Forgot Password

Sign In

Register

  • Company Information

  • Billing Address

  • Are you primarily interested in advertising *

  • Do you want to recieve the HealthTimes Newsletter?

Implementing Evidence Based Practice

Meeting the Challenge of Evidence-Based Practice
Photo: Implementing Evidence Based Practice
Key Points
• Evidence based practice is described as “a problem-based approach where research evidence is used to inform clinical decision-making”.
• EBP incorporates the best available research with clinical experience to provide the best patient care
• Practitioners should also take into account the individual patients beliefs and circumstances
• Hierarchies of evidence can be used to determine the best, most authoritative evidence
• Many nurses report lack of time and inability to interpret research materials as barriers to EBP


Evidence-based practice (EBP) is a term that is familiar to nursing, allied health and other health professionals, and increasingly there is an expectation by health services, managers, patients and other consumers that the ‘best available evidence’ is used to underpin clinical decision-making. How achievable is this in the contexts in which we work? This article provides an overview of the principles of EBP, identifies the main steps and skills necessary for effective EBP, and discusses some of the challenges faced by health professionals to undertake and apply EBP in the provision of patient care.
The roots of EBP are in medicine. In 1972, Archie Cochrane, a Scottish-born doctor and researcher, highlighted gaps between research and clinical practice and advocated for international collaboration and the systematic review of clinical trials (1). The term "evidence-based medicine" was introduced by Guyatt et al in 1992 to shift the emphasis in clinical decision-making from "intuition, unsystematic clinical experience, and pathophysiologic rationale" to scientific, clinically relevant research (2). In 1996, D. L. Sackett, a Canadian doctor and founder of the first department of clinical epidemiology at McMaster University in Ontario, explained that evidence-based clinical decision-making is a combination of not only research evidence but also clinical expertise, and taking into account the patient’s preferences (3).

Hoffmann, Bennett and Del Mar (2010) describe evidence-based practice as “a problem-based approach where research evidence is used to inform clinical decision-making. It involves the integration of the best available research evidence with clinical expertise, our client’s values and circumstances, and consideration of the clinical (practice) context” (4). This definition confirms that EBP is much broader than just finding and using research from journals and other publications. It highlights that clinical expertise and judgment are essential to any clinical decision-making process, as are the values and beliefs of the patient or patient group. Clinical, cultural and even geographical contexts may influence any decisions made. Examples of such contexts might include traditional beliefs or cultural taboos amongst indigenous peoples, beliefs around blood products for patients who are Jehovah’s Witnesses, or limited access to resources in remote communities. A fundamental element of evidence-based clinical decision-making is personalizing the evidence to fit a specific patient’s [or population’s] circumstances (5).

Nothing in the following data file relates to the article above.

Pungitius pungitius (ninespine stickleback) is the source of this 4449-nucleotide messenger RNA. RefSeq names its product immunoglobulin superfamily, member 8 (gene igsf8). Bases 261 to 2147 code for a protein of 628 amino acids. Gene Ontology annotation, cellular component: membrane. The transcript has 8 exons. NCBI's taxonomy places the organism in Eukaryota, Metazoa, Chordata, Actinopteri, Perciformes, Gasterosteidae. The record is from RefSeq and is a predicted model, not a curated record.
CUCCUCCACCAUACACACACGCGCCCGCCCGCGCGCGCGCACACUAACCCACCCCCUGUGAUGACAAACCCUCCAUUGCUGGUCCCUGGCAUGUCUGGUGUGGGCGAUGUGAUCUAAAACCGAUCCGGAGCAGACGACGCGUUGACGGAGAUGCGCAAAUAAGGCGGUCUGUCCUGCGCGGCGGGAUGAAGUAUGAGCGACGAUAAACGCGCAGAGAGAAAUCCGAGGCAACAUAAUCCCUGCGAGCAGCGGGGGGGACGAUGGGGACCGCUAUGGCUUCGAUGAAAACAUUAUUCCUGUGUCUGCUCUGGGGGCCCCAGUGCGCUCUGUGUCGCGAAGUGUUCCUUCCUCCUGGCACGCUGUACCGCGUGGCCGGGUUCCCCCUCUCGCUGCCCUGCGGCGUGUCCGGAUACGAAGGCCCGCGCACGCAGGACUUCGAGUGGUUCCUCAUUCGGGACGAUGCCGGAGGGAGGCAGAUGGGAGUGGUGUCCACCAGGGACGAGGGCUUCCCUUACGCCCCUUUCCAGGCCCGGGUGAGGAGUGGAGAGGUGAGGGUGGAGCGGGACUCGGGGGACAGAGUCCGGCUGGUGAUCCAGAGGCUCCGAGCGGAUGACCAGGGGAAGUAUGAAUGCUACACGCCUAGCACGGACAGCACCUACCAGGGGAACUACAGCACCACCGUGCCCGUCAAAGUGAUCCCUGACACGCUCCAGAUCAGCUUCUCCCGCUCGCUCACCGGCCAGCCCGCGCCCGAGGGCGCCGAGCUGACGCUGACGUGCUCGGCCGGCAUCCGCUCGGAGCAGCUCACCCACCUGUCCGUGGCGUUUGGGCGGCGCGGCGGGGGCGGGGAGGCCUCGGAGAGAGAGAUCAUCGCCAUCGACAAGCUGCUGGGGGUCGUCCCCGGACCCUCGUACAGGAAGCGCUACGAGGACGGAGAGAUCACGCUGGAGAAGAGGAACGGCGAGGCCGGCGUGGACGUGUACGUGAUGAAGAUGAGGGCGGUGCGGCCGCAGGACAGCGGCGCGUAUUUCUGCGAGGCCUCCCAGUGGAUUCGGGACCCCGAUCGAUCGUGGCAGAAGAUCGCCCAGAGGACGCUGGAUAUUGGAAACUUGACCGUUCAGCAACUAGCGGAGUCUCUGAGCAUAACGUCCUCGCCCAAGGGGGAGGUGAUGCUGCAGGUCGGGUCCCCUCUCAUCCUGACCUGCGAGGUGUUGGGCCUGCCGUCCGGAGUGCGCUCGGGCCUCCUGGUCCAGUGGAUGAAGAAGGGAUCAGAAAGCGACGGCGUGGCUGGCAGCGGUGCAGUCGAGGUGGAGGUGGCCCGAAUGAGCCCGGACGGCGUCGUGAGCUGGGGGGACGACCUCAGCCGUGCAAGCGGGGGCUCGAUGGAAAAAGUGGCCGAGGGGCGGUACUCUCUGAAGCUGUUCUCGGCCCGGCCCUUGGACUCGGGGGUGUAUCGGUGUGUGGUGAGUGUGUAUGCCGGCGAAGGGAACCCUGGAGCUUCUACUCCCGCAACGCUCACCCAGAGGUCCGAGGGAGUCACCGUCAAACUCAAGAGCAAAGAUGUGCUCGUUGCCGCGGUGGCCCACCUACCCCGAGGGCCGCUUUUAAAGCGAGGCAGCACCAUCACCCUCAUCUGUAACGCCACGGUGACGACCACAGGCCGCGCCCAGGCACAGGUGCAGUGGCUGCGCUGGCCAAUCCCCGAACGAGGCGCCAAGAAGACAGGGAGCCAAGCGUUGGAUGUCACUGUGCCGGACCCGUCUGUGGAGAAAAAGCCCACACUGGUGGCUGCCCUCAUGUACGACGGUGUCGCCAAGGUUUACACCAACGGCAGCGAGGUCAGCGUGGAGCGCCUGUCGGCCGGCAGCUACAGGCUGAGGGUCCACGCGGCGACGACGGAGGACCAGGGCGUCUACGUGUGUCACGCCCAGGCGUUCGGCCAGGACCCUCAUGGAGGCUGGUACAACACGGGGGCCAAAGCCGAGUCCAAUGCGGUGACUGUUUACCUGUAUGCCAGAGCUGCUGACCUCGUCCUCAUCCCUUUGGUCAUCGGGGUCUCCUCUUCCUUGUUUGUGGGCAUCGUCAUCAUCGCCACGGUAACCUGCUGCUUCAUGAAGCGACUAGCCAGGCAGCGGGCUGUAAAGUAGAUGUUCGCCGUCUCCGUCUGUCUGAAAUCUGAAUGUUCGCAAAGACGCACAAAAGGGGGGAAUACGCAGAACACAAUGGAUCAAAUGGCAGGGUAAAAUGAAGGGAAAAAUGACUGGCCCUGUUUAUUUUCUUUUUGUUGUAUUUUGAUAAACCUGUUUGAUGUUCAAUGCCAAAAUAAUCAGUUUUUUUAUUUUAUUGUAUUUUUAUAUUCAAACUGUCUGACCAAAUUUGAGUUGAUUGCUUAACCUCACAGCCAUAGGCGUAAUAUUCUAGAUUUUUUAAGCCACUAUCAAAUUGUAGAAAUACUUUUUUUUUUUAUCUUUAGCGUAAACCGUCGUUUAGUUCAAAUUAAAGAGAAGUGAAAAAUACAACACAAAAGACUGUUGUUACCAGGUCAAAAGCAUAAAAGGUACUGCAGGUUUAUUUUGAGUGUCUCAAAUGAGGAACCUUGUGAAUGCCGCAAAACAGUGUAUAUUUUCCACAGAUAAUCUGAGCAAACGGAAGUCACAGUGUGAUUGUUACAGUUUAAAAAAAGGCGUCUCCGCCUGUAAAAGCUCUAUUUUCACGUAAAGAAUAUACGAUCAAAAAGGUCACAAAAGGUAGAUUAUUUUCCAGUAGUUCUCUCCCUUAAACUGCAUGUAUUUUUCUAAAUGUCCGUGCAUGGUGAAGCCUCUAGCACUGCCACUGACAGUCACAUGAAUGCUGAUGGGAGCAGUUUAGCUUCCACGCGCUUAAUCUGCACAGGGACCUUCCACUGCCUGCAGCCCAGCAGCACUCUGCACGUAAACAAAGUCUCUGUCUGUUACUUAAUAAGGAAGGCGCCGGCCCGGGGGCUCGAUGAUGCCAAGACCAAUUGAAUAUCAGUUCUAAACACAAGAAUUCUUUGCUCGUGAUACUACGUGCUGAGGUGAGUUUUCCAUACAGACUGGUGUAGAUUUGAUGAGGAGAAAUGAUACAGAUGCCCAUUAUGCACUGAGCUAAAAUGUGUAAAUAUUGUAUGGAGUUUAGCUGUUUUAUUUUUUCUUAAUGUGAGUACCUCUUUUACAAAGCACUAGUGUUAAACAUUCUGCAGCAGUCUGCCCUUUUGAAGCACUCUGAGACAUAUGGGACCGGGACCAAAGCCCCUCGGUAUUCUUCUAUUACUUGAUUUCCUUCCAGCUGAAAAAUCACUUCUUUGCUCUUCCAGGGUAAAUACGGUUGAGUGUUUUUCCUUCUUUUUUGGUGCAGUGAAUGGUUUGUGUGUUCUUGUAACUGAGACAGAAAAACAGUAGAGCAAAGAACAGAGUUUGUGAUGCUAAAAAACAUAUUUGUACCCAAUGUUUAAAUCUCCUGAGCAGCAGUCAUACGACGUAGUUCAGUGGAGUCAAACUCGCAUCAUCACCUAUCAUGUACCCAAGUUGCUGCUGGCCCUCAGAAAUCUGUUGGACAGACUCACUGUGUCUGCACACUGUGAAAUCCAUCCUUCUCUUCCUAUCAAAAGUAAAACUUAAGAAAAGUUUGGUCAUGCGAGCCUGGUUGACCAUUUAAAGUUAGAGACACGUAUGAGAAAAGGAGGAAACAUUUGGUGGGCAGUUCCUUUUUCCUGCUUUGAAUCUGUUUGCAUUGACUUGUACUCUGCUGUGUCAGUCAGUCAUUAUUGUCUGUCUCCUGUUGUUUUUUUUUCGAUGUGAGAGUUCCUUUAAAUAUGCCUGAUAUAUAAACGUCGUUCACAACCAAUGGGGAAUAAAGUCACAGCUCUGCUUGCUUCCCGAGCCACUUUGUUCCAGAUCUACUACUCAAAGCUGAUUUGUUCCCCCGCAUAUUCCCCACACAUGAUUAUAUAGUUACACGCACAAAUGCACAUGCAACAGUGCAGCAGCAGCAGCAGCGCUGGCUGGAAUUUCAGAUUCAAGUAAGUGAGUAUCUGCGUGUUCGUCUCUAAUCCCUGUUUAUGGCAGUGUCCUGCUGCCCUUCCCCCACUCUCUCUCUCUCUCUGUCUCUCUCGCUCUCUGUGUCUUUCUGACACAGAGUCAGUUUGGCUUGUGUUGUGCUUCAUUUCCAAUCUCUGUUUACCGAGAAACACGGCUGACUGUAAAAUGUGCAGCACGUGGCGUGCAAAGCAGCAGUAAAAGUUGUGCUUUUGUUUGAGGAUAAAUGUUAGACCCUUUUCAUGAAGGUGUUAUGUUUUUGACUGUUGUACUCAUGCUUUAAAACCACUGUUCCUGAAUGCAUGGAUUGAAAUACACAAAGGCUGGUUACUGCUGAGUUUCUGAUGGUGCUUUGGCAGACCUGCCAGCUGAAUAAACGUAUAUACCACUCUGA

That said, EBP poses the question, “Am I doing the best possible thing for my patient?” EBP facilitates the delivery of care that has reliable, proven and predictable outcomes, as well as offering equity to patients through standardized care that is based on the best available evidence. This evidence rises from research.

Significant national and international investment is made into all forms of health-related research for the purpose of improving outcomes for patients. This has yielded a huge volume of information that is ever increasing. From genetics, physiology and biomechanics to nursing, allied health and medical therapeutic interventions, and health promotion and social planning, all aspects of care are proactively researched. Finding a way through the information, keeping up to date, learning from relevant studies and applying the knowledge is time-consuming and can be overwhelming.

Skills in searching, appraising, applying, implementing and evaluating research may be acquired and developed, and various tools exist to support EBP. Hoffman et al describe the approach to EBP as being “quite structured” and outline its five key steps as:
1. Asking a [clinical] question
2. Searching for evidence to answer it
3. Critically appraising the evidence
4. Integrating the evidence with clinical expertise, the client’s values and circumstances, and information from the practice context
5. Evaluating the effectiveness and efficiency with which steps 1–4 were carried out and thinking about ways to improve your performance of them next time (6)

The process of EBP is motivated by a need for clinical information. This information may relate to a specific patient (or population group) and/or an intervention, and/or an outcome, or you may wish to compare, for example, one intervention with another. From this information need, a specific clinical question is developed, which can then be researched. Findings from that research may offer an ‘answer’ to the question and/or an approach to care and management.